This choice (also known as the main residence election) applies to homes overseas, to homes partly owned by others, and to some caravans and houseboats. Husbands and wives, and civil partners, can only have one home between them, and so must make joint elections. The exemption can be very valuable indeed. Suppose your client has owned a second home and sells after three years for a profit of £100,000. If he had made the PPR election he would have no CGT to pay. Without the election, a higher rate taxpayer could face a tax bill of up to £40,000 - a very significant amount.

This is no loophole

Tax saving measures are headlined so often in the general press as a ‘loophole’ that the idea has gained popular credence. In this case it may be a good headline, but it is totally untrue. The election is enshrined in law as TCGA 1992 S222. HM Revenue & Customs also publishes a guidance booklet IR283 which can be obtained from any tax office or downloaded from their website.

There are a lot of second homes out there

In an attempt to show that what follows is based more on evidence than anecdote, I am giving readers my sources of information so that they can if they wish do their own calculations. They may indeed come to different answers from mine. My expectation is that whatever the number they arrive at, it will be big.

In March 2007 Savills2 published research which estimated that there are 365,000 second homes in the UK as a whole (based on data from the Department of Communities and Local Government). In addition, estimates of the number of overseas second homes owned by UK residents are generally put at around 400,000. And the number is growing. At this point I had planned to estimate the amount of additional capital gains tax that multiple homeowners, in total, face by not making a PPR election. To do this I need to know the number of such elections that have been made. Whilst I have asked HM Revenue & Customs for this information, I do not yet have it.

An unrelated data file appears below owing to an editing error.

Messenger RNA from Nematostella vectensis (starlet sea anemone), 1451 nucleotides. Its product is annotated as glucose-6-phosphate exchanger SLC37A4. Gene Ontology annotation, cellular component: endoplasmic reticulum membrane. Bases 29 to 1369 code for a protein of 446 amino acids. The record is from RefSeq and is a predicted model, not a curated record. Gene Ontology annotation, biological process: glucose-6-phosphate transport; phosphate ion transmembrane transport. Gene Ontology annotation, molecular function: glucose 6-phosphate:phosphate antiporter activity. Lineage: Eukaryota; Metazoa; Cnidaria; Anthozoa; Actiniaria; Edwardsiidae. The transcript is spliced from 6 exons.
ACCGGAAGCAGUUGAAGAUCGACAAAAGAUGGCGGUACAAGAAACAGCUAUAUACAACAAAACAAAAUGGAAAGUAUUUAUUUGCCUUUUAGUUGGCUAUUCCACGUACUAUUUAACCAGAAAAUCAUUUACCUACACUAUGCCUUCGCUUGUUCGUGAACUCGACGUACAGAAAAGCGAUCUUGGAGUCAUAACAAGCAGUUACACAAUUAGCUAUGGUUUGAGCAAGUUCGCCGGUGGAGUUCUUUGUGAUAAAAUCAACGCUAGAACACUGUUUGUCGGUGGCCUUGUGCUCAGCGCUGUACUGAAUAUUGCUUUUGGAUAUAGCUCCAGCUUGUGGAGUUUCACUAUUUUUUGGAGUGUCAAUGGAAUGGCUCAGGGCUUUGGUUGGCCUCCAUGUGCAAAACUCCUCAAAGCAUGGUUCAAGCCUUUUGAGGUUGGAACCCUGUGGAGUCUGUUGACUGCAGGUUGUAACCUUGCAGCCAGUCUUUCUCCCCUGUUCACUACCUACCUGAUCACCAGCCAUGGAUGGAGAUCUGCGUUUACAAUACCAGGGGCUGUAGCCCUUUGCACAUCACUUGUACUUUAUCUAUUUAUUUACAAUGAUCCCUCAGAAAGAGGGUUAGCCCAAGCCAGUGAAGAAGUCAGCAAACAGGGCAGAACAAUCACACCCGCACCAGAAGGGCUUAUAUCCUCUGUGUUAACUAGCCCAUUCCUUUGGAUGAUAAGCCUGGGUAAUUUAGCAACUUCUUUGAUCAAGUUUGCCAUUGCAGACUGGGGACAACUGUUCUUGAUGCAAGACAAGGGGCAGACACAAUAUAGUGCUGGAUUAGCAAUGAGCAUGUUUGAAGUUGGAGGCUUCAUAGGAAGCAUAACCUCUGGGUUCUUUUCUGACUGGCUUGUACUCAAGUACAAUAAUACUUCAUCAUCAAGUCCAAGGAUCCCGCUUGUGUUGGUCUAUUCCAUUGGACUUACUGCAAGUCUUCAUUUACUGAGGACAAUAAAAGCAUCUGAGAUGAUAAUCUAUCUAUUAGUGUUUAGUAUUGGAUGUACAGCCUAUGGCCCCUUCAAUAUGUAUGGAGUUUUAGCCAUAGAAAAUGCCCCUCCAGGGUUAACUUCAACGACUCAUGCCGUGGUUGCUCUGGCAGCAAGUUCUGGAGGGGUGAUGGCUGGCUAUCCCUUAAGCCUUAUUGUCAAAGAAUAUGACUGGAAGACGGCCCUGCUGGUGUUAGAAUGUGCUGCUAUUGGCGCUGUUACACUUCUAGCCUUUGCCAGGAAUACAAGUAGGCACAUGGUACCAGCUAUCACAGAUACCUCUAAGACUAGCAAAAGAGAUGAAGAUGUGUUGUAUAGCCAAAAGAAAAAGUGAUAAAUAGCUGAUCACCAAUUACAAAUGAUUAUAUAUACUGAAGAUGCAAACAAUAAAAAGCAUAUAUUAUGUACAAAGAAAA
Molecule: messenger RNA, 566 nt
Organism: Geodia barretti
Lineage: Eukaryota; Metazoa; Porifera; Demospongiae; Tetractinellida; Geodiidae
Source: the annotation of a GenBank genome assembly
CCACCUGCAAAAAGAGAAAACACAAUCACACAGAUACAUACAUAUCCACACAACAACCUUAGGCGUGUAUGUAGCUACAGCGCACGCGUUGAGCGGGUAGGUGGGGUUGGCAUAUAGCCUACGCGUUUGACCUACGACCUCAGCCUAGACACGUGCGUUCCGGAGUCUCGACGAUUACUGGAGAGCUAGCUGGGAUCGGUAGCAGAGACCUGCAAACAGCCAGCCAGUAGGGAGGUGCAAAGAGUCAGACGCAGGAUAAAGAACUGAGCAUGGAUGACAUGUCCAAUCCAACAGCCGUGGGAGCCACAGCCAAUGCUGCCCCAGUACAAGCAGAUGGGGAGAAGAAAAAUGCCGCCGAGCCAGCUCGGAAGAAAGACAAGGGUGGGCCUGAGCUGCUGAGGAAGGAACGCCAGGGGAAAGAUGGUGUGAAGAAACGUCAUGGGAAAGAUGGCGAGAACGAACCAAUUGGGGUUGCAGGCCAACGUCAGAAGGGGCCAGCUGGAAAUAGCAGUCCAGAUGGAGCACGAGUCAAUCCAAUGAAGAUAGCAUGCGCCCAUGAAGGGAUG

So now some reasoned speculation to get to a ball-park figure:

There are approx 365,000 second homes in the UK. The average house price is £181,4603. This means that the value of second homes in the UK is approximately £66 billion. The annual price change is 8.8%4 which means that if the number of second homes remained constant, their value rose by £5.5 billion in the last twelve months. Now let us suppose that the number of second home owners who have not made a PPR election is 20% of those eligible (and I believe that generally the election is not made5) and that all those pay capital gains tax at 20%. If my maths are correct this gives an additional CGT bill of £218 million. Now double it to allow for homes overseas, and treble that for the three years that might have been exempt and the staggering total of additional CGT comes to £1.3 billion.

I accept that this is a crude estimate but it gives some idea of the size of the problem.

Mike Beattie is a Chartered Accountant and a director of Tax Savings Limited which offers second home owners a convenient and inexpensive means of making PPR elections. You can find out more about this service at www.taxsavingslimited.com

Notes:
1 www.hmrc.gov.uk
2 Savills Press Release dated 19 March 2007
3 Land Registry House Price Index dated 29 August 2007
4 Land Registry House Price Index dated 29 August 2007